Celtic Myths:
The Vengeful Mermaid

Mermaids in Celtic myths are always beautiful and usually friendly, even helpful to sailors and fisherme; however, when pushed, they can reveal an ugly side. In Scotland, they tell the story of the Knockdolion family who had a large house on the shore near Girvan. At night, a mermaid would come out of the water and sit on a large black rock. There she would comb her long blond hair and sing for hours. The lady of the Knockdolions felt that this serenade was annoying her baby, and ordered her servants to destroy the rock with heavy mallets. When the mermaid returned the next night and saw her favorite seat was gone, she sang:

Ye may think on your cradle--I'll think on my stane;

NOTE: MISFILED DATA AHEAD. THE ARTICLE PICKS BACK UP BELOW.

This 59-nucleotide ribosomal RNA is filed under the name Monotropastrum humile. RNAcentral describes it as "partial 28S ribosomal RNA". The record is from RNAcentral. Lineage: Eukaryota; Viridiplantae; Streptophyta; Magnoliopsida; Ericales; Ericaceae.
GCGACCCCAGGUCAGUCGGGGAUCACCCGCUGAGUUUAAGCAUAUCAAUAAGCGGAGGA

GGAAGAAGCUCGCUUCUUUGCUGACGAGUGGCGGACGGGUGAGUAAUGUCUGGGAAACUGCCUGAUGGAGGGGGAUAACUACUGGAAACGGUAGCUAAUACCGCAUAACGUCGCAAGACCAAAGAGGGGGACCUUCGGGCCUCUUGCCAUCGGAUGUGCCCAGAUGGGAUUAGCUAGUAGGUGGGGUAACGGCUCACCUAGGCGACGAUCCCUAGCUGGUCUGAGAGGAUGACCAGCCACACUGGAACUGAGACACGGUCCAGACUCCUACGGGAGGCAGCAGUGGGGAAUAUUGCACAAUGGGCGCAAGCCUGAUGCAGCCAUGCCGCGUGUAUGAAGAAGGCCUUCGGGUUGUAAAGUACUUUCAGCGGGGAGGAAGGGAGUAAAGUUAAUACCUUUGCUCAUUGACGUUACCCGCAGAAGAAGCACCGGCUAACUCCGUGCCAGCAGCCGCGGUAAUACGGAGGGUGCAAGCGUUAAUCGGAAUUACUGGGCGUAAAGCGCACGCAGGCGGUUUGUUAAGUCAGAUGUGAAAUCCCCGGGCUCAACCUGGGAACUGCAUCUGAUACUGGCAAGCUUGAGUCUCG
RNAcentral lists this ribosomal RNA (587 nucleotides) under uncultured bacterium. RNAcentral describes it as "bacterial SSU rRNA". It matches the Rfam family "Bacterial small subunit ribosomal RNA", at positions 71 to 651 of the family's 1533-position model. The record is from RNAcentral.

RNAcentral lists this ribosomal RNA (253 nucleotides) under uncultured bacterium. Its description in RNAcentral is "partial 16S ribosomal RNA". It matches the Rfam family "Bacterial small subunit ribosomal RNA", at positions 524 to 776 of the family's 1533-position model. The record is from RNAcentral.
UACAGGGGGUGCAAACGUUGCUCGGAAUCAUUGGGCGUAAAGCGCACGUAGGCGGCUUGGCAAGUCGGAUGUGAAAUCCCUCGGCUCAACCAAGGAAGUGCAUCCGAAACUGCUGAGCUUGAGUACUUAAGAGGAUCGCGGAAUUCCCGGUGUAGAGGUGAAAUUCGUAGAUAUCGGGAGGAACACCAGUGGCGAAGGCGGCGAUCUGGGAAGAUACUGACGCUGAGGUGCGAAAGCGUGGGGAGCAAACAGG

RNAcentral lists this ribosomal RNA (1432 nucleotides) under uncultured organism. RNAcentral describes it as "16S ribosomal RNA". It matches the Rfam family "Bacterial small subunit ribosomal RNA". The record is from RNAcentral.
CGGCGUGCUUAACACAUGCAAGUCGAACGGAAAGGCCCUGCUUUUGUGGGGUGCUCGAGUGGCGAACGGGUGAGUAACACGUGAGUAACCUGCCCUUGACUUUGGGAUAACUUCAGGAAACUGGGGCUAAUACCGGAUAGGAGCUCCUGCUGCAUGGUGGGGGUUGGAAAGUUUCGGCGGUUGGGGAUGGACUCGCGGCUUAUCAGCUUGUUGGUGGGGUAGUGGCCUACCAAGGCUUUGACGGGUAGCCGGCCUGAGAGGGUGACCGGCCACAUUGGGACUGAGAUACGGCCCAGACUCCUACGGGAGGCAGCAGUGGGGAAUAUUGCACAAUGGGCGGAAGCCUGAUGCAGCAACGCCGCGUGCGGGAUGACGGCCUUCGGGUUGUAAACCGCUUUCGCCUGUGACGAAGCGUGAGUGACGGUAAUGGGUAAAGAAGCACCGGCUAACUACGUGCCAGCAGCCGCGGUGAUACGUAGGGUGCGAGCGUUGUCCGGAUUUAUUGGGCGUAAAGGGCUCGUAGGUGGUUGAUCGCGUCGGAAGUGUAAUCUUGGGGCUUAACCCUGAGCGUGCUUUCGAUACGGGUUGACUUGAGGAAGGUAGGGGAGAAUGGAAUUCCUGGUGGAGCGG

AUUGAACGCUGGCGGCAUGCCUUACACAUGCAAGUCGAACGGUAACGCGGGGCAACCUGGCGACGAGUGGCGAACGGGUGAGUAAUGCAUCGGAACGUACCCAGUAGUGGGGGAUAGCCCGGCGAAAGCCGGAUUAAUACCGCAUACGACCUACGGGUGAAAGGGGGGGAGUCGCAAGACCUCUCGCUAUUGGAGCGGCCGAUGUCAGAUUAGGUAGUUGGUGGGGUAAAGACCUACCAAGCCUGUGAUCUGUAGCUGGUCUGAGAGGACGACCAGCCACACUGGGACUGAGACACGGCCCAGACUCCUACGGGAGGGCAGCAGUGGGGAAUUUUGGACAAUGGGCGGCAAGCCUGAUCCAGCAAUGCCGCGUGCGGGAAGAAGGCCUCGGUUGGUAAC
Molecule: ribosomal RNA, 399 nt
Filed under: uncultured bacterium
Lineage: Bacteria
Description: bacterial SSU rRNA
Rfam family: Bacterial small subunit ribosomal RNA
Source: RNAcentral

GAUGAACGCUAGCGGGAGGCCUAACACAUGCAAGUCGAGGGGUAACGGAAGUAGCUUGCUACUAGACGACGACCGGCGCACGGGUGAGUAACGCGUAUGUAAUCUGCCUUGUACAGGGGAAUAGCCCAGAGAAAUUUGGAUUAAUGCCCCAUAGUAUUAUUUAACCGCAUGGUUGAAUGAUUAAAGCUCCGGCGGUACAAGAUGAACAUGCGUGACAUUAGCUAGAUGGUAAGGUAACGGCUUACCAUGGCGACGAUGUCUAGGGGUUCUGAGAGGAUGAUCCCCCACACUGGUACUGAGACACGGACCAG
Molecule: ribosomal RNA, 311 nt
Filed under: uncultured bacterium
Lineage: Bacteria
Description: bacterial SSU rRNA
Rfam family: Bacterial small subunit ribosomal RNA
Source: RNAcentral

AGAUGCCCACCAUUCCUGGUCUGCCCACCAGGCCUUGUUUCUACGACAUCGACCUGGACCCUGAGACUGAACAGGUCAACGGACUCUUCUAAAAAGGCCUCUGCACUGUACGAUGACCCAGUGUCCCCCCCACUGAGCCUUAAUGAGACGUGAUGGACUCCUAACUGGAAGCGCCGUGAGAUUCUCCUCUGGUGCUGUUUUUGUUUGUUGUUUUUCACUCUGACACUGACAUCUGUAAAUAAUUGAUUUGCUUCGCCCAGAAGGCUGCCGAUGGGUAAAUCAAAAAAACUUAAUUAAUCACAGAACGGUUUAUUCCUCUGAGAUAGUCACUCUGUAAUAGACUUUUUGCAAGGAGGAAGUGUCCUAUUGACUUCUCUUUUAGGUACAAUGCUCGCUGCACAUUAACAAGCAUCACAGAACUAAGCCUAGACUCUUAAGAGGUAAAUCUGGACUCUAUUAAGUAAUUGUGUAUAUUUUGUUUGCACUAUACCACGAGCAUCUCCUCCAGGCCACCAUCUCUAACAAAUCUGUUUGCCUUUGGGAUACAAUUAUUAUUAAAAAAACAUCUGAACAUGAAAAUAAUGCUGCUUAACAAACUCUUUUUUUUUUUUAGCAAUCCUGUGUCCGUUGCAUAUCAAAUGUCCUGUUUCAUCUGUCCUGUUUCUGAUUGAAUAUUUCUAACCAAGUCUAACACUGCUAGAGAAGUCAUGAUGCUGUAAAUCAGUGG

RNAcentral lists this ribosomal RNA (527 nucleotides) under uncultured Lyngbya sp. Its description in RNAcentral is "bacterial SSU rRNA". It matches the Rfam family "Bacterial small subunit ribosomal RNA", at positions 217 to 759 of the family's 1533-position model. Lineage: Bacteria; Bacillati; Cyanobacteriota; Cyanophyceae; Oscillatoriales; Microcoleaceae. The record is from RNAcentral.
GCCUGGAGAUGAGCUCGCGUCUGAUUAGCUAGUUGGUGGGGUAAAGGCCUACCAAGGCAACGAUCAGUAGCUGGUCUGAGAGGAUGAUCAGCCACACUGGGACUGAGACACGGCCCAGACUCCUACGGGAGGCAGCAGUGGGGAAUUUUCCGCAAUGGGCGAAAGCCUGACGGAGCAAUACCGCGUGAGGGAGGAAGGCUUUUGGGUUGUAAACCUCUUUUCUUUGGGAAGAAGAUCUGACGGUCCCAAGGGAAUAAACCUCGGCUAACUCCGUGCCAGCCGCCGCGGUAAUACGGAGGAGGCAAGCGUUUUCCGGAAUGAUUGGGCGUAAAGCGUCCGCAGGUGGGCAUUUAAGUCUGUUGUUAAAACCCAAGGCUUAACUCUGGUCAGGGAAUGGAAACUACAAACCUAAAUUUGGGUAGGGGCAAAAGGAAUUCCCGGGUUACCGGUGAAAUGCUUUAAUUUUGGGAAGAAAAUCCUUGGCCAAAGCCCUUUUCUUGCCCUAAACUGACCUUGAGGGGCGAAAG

And there'll never be an heir to Knockdolion again."

("Stane" means stone.)

Not long after, the baby's cradle was found overturned, and the baby dead beneath it. All the Knockdolion children died like this soon after they were born and the family became extinct.

There are similar myths of mermaids sitting on rocks and charming men to their deaths with song.

In another legend of destructive mermaids a king of the Fomorians was sailing on one of his ships when he was heard the sound of mermaids singing. Enthralled, he followed the music to it's source. When he came upon the ladies they tore him to pieces. This seems like a variation of the myth of Odysseus and the sirens, which is not unusual since stories were often traded between the different ancient peoples.

Celtic stories of destructive mermaids are not common but there are several.

Interesting information: the word for mermaid in Gaelic is merrow, or sometimes murrough, which is translated as maid-of-the-wave. The words are probably related to the Cornish word merry maid. They are the typical lady with a fish tail mermaids.

Celtic Myths --> Mermaid Mythology

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